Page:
"Everything is mixed. Pieces are everywhere, like they've been just kind of thrown all over the asteroid belt," said DeMeo, lead author of a study that appears in this week's journal Nature.
ANALYSIS: NEOWISE is Back in the Asteroid Hunting Business
"It's certainly overturned a lot of traditional thinking," added University of Arizona planetary scientist Dante Lauretta, lead researcher for an upcoming NASA asteroid sample return mission.
"There is still an underlying structure and composition, but there is evidence of mixing and that just makes so much sense to me," he said.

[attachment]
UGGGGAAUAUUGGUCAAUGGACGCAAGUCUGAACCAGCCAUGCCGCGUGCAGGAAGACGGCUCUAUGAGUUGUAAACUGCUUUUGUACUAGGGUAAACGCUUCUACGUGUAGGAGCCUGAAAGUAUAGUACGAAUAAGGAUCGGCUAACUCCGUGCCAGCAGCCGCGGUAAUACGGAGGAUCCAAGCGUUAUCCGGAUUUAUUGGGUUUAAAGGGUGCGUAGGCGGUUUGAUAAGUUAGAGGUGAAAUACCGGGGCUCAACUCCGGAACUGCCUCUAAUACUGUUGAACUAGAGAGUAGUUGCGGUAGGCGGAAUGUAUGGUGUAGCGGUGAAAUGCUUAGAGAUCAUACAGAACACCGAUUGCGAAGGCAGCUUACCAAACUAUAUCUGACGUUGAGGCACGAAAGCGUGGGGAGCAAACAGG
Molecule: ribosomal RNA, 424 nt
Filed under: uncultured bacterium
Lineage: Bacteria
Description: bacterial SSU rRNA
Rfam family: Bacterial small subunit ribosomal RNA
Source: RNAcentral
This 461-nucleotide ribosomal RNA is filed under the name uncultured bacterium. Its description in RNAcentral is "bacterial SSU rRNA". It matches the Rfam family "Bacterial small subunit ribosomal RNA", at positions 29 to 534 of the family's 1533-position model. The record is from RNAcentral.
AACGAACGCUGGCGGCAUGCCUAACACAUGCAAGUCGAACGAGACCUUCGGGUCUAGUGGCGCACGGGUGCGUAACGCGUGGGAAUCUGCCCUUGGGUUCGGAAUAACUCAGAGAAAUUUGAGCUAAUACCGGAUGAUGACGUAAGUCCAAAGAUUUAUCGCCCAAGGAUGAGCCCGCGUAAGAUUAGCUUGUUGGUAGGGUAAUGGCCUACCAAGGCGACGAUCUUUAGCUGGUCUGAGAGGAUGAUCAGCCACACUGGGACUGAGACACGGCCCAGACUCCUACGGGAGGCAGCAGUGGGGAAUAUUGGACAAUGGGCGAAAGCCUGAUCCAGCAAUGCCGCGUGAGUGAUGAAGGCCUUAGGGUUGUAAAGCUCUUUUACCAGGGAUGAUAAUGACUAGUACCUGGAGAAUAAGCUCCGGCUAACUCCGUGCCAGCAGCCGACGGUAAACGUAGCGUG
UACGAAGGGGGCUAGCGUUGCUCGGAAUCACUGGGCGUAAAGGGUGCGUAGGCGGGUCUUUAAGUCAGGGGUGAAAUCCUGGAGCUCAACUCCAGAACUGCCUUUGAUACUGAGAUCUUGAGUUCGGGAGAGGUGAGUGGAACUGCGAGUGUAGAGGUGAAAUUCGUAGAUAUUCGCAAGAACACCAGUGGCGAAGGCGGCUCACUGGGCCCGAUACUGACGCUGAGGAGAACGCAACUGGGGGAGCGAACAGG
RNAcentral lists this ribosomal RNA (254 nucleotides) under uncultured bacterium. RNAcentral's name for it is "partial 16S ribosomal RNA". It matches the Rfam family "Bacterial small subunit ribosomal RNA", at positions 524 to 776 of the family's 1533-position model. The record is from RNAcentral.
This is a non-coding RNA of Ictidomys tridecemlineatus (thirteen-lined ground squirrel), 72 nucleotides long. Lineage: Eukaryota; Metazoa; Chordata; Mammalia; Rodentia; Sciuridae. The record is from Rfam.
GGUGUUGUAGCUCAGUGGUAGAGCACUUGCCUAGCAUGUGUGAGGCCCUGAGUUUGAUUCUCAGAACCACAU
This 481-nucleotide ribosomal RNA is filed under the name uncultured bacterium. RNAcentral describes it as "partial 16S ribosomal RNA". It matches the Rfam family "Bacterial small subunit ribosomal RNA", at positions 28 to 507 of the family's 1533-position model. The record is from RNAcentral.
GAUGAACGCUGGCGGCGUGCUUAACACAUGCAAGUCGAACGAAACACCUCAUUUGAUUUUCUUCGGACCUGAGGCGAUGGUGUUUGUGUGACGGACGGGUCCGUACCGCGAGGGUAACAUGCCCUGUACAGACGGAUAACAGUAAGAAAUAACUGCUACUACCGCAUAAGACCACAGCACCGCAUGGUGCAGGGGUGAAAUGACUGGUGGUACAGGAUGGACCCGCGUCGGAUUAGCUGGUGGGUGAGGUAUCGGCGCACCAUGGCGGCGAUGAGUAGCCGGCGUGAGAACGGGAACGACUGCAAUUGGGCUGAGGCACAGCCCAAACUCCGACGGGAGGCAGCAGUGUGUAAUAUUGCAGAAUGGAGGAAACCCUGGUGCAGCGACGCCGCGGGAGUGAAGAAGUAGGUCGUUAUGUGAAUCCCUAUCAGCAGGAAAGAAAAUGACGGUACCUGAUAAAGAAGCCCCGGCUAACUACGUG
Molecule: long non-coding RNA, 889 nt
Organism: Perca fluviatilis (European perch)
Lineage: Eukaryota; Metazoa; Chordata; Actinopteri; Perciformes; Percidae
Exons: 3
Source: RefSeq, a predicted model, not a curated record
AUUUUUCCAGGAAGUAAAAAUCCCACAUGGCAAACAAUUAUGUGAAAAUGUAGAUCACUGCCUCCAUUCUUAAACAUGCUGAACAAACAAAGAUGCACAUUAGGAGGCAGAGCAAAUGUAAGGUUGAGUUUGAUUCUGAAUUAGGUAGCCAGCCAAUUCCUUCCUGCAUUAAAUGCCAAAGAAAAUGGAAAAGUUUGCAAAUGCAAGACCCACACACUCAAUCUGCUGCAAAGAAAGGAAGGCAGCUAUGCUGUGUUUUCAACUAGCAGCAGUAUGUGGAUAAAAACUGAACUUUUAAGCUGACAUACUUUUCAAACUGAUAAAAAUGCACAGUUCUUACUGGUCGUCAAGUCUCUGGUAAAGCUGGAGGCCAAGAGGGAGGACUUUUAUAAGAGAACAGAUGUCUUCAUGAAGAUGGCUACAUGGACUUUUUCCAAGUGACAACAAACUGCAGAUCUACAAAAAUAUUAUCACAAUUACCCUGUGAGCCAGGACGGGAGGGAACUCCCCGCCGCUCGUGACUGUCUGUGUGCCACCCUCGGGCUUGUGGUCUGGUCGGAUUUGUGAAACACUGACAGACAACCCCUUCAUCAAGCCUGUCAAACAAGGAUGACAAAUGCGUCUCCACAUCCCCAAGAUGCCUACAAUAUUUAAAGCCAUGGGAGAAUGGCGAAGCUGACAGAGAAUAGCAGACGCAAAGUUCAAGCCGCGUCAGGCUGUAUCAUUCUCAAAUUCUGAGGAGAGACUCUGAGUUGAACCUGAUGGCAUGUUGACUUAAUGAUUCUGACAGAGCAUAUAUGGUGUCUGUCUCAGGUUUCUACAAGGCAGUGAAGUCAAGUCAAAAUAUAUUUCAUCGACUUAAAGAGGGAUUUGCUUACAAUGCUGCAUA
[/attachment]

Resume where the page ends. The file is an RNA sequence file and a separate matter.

Scientists don't yet know why smaller asteroids buck the trend of their larger siblings, but that it is related to the gravitational elbowing by jostling planets early in the solar system's history.
"What we're leaning toward now is that asteroids, rather than forming in the asteroid belt, formed throughout the entire solar system ... as close (to the sun) as Mercury and as far away as Neptune, and then, through the planetary migration, you scatter them all over the place. What's left is what you see in the asteroid belt today," DeMeo said.